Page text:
Help to Buy Mortgage Guarantee: how do I apply?
With all the media interest about the Help to Buy scheme we tell you who can apply, when and how.
- This scheme allows you to get a mortgage with just a 5% deposit
- The government has promised to underwrite 15% of the mortgage in the event that you default. As a result, mortgage lenders feel confident enough to offer you a 95% mortgage
- The scheme applies to all types of properties (new build and old) that cost less than £600,000
- First time buyers AND existing homeowners can apply
- You must have a good credit rating (see below) and cannot apply for a Help to Buy mortgage if you have overdue amounts equivalent to three months’ payments on a mortgage or other loan in the past two years, one or more county court judgments, with a total value greater than £500, within three years of the completion date or an individual voluntary arrangement or bankruptcy order which was in force at any time in the past three years.
How do I apply for a Help to Buy mortgage?
- Once you have found a property you want to buy, to access the Help to Buy mortgage guarantee you need to find a mortgage from one of the participating lenders.
Do all mortgage lenders provide Help to Buy mortgages?
- Although at launch products were limited there is now a broader range of lenders offering Help to Buy guarantee backed deals, all offering rates for those with as little as a 5% deposit. That includes big name lenders like Woolwich, Santander, Halifax and Natwest but others including Post Office, Virgin and Aldermore have also developed products. In fact, Nationwide Building Society is the notable exception of the major lenders that has decided not to utilise the guarantee so far. Although rates will still be higher than for those with bigger deposits the wider choice has also helped improve the options. For the latest rates please click here to view best buy tables (which includes 95% mortgages).
Is Help to Buy now the best way to get a mortgage?
- Not necessarily. Help to Buy has helped to boost the number of 95% mortgages generally and several lenders now offer deals even though they don’t rely on the government guarantee. They include the likes of Yorkshire BS, Clydesdale and Leeds Building Society. It makes no real difference to you as a borrower whether a deal is backed by the Help to Buy guarantee or not, so the mortgage interest rate, terms and any fees will be your guide as to the best deal with the deposit you have. It is worth noting, that if you can push to a 10% deposit rates are considerably cheaper.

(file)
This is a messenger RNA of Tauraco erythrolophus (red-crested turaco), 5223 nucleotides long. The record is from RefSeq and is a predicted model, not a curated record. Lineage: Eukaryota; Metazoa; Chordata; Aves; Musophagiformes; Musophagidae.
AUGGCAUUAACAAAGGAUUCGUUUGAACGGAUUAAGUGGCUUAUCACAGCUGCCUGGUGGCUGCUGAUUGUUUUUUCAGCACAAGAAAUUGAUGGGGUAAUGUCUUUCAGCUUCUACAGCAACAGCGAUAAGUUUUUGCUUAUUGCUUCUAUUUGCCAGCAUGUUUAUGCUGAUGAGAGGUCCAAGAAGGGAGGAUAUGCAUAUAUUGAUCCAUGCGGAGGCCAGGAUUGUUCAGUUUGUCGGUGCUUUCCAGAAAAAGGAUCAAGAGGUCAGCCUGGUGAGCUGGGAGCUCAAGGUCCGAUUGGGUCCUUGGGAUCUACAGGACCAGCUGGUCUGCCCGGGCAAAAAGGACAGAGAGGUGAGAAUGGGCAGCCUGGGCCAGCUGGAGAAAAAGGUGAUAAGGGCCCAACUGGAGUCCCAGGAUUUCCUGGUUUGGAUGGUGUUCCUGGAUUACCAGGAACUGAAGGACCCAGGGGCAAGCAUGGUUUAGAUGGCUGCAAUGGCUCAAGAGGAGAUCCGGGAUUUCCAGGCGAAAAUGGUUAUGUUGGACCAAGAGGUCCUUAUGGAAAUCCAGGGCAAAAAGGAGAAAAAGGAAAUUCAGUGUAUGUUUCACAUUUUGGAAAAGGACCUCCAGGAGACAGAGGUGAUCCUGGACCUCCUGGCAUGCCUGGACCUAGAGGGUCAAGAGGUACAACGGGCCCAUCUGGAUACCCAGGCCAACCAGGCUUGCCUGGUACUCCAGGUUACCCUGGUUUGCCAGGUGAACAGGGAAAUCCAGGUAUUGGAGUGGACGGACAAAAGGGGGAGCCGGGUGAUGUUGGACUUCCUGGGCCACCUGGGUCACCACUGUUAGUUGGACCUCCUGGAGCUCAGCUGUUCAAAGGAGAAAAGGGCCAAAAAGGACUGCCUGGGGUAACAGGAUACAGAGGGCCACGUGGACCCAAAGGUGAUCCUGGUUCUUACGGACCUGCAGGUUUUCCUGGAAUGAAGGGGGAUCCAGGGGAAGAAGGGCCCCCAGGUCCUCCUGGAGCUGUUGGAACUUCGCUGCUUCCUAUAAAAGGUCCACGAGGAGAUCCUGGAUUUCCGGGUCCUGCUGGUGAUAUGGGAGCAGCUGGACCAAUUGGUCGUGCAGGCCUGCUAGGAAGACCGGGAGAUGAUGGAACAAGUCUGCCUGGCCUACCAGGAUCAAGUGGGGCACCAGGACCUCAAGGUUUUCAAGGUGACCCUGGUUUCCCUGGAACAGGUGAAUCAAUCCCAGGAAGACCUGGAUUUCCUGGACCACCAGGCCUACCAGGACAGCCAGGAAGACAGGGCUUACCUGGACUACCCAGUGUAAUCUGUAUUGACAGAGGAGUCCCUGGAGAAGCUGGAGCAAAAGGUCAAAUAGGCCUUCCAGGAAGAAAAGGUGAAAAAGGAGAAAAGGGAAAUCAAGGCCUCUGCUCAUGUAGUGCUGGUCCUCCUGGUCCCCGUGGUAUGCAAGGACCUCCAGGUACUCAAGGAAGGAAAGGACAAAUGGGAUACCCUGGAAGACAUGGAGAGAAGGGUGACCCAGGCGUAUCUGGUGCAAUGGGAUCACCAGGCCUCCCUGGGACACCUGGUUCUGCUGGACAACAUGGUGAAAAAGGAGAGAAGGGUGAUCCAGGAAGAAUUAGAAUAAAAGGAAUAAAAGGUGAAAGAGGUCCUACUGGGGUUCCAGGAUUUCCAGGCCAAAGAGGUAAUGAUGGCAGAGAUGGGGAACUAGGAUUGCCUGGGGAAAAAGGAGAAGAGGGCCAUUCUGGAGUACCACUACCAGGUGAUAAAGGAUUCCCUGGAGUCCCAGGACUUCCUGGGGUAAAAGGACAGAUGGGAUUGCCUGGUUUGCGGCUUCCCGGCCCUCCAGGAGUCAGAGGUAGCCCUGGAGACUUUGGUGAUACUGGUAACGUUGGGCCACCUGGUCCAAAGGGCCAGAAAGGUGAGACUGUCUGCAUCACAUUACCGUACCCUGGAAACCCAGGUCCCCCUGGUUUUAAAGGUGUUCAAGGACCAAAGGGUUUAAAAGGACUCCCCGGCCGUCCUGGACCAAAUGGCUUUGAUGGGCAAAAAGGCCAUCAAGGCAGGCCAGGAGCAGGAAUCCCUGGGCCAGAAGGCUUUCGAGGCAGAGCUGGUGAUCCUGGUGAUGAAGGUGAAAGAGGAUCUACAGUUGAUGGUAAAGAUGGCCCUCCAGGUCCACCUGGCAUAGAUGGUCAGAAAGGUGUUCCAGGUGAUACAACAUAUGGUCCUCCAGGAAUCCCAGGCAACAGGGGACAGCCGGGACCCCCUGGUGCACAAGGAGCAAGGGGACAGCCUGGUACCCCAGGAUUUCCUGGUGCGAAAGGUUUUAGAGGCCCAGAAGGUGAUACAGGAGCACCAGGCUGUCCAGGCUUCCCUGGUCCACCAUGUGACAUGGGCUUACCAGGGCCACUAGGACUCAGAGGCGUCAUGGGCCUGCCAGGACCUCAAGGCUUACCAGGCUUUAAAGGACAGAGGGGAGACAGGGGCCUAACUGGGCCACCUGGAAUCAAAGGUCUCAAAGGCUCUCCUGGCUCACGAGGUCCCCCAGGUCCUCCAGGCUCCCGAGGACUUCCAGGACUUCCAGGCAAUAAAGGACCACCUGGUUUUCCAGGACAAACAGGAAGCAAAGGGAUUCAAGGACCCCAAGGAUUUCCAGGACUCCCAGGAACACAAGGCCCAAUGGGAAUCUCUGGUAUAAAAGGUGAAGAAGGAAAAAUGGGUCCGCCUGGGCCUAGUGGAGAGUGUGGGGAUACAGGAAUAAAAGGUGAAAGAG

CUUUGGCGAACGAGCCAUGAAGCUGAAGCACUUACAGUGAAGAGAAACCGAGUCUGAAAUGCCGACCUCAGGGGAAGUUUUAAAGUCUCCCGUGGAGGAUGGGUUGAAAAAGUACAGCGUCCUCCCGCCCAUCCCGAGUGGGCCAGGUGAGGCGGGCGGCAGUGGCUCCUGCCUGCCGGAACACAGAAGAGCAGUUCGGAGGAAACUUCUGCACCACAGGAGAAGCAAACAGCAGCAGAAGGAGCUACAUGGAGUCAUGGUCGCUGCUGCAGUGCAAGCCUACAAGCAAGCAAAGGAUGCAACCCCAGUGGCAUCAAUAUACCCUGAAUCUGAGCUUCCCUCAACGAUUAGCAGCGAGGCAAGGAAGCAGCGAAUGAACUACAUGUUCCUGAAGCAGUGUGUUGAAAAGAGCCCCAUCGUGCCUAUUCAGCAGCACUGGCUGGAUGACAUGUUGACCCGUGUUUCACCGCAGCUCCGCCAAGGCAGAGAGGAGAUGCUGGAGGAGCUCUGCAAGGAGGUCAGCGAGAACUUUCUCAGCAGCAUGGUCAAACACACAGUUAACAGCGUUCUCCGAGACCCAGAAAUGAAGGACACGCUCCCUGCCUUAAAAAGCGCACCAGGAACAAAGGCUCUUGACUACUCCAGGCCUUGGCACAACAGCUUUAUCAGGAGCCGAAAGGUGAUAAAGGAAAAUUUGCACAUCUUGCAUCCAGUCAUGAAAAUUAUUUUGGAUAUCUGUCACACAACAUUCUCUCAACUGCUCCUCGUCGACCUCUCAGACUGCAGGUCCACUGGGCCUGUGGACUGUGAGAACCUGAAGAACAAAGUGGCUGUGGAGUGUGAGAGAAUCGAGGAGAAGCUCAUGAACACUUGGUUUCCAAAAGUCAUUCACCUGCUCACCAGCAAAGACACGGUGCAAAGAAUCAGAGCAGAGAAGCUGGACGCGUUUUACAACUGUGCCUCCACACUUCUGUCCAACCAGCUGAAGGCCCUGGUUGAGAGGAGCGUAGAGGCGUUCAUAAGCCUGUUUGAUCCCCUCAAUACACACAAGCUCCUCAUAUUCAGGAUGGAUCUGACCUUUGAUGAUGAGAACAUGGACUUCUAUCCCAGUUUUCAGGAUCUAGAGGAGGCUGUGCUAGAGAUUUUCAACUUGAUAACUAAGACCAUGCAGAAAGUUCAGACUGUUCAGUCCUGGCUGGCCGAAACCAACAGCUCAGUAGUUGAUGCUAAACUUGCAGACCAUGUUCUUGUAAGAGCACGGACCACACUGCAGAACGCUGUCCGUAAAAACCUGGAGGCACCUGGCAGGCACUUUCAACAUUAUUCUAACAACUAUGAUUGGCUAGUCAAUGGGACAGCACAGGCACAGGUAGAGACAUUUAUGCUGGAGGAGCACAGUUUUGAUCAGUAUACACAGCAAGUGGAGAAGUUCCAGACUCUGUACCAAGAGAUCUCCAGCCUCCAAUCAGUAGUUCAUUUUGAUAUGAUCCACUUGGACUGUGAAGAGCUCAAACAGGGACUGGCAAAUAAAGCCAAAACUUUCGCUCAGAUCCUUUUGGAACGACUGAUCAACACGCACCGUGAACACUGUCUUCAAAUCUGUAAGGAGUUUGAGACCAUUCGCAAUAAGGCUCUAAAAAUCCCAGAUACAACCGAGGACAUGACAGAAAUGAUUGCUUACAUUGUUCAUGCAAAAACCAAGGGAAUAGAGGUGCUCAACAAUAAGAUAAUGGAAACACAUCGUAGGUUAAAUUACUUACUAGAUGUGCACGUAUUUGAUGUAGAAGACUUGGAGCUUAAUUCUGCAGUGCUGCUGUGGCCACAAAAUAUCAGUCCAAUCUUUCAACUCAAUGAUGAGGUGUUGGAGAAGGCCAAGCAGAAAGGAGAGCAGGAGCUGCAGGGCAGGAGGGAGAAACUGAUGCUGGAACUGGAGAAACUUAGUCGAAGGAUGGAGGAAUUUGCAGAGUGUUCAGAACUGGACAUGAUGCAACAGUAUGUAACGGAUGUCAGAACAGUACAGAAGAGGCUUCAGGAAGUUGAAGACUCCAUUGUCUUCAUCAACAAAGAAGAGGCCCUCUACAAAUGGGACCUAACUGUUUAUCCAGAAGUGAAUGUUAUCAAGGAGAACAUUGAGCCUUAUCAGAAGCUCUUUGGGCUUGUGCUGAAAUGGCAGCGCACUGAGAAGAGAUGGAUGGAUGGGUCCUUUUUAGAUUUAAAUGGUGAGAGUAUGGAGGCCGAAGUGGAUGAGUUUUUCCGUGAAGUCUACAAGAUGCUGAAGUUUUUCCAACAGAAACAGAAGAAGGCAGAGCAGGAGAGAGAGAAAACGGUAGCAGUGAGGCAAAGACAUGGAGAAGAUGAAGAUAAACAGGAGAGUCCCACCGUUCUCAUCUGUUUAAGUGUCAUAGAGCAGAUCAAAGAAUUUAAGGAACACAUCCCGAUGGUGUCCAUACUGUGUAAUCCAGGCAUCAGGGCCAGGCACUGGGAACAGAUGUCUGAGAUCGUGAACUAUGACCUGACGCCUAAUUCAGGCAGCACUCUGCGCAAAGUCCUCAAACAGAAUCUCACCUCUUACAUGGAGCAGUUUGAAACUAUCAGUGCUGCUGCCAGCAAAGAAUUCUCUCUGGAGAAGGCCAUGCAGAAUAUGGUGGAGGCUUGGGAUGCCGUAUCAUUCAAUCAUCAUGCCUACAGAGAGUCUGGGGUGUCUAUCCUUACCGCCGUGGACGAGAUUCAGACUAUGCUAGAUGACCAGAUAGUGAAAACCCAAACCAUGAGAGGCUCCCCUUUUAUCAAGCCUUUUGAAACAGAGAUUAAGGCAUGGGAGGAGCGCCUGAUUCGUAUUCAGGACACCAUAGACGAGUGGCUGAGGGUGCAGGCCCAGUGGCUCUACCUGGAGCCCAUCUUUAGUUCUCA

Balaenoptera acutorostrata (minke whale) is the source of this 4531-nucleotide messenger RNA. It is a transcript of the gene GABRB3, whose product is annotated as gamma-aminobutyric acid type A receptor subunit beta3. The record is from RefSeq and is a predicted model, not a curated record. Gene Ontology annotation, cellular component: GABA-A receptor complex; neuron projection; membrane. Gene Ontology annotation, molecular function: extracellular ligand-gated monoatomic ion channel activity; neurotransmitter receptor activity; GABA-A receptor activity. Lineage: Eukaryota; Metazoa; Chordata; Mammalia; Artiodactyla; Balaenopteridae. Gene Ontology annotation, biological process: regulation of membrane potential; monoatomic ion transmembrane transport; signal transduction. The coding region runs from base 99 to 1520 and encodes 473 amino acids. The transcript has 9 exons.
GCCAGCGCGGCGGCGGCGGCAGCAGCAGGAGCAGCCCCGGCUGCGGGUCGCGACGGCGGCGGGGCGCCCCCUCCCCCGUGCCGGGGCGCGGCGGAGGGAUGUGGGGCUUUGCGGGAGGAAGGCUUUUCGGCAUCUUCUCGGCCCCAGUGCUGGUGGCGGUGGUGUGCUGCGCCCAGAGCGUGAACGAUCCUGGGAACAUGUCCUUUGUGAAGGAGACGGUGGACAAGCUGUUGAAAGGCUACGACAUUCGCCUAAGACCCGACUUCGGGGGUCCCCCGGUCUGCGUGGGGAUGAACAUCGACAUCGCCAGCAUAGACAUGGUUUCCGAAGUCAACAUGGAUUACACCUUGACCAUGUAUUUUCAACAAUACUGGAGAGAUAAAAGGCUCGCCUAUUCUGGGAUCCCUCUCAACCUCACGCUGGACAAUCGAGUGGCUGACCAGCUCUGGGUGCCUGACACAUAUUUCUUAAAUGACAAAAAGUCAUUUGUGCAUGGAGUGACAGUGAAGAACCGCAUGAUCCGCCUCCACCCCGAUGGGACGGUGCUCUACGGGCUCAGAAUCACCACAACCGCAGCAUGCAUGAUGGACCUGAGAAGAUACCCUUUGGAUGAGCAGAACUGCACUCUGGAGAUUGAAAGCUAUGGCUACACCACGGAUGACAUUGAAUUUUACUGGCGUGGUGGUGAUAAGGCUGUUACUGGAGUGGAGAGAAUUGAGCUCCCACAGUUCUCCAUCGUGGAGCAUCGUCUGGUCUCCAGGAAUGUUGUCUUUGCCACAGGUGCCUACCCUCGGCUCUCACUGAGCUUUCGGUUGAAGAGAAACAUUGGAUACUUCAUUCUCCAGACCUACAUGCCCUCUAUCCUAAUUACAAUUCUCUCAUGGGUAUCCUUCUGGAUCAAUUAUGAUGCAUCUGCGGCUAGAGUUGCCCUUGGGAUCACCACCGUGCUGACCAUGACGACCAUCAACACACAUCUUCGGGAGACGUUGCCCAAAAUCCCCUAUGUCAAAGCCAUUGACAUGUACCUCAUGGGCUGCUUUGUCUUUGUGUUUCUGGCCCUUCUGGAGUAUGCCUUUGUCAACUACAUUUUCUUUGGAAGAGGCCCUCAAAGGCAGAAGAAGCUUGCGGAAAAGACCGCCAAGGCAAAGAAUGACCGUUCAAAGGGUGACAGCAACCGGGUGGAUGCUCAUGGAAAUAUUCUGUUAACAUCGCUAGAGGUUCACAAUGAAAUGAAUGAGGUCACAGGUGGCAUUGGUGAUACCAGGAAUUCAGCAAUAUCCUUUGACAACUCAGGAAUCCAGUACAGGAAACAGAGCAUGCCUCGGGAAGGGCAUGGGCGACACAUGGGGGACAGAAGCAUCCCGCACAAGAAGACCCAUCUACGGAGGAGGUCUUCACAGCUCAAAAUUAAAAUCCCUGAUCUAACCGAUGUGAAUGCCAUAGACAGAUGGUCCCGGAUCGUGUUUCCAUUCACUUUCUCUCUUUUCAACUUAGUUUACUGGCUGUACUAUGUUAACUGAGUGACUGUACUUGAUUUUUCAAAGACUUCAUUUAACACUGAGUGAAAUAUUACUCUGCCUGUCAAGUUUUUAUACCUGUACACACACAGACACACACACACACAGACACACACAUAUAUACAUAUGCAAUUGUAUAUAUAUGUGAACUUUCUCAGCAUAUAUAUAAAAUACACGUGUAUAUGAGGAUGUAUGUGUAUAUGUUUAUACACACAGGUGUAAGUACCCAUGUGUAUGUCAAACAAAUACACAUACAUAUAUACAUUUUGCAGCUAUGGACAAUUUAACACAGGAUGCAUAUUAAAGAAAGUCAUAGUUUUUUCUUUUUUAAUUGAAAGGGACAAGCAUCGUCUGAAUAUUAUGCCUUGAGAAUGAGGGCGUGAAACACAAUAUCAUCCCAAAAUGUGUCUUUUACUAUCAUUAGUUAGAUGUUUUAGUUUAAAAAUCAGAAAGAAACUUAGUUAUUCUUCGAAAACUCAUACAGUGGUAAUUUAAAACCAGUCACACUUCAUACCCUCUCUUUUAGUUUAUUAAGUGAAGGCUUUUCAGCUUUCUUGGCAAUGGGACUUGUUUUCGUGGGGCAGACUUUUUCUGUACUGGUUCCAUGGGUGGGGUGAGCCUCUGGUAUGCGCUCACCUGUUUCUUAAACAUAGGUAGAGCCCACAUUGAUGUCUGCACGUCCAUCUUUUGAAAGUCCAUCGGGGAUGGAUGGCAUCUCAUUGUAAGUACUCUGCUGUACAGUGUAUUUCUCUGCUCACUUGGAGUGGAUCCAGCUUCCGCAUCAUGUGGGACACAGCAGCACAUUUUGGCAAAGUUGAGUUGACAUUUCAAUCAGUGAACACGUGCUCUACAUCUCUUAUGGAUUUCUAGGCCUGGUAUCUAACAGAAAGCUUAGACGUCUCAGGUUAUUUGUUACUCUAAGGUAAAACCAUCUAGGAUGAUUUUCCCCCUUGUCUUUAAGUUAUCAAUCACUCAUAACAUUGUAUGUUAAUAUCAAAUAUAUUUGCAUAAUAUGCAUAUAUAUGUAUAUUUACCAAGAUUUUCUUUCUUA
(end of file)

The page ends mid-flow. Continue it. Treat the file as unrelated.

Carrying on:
How long will Help to Buy run for?
- The plan is to run from January 2014 until December 2016 but it will be closely monitored and the Bank of England will be able to stop it if it believes it is causing a housing bubble.
- But you will want to watch things closely if you are interested. Apart from the fact that it may not run for the proposed three years, it could also push up house prices in some parts of the country making it even harder for you to get on the housing ladder. Sign up to our newsletter and we’ll keep you posted.
I’m not ready to buy a home just yet. Is there anything I can do to prepare for Help to Buy mortgage scheme
- Get saving for your deposit with our free advice guide and get your credit in order with our free guide How to improve your credit rating before getting a mortgage
Is Help to Buy going to set off a housing bubble?
- The government claims that over the lifetime of the Help to Buy scheme, the Bank of England’s Financial Policy Committee (FPC) will make annual reviews, starting next September to ensure it is not causing a bubble. This is sure to calm concerns over housing bubbles.
- Although a lot of people are already worried that we’re in a housing bubble at the moment, the Bank of England’s mortgage findings don’t support this: official statistics show that mortgage lending is around half the level it was before the economic crisis, even though mortgage rates are at their lowest for five years.
- Nevertheless with the scheme including houses and flats worth up to a staggering £600,000, it will no doubt appeal to a wide cross section of people, not just struggling families and first time buyers. In the absence of major housebuilding to increase the supply of homes, it will be hard to imagine this scheme not causing some increase in prices, at least in London and the South East.
Mortgage Best Buys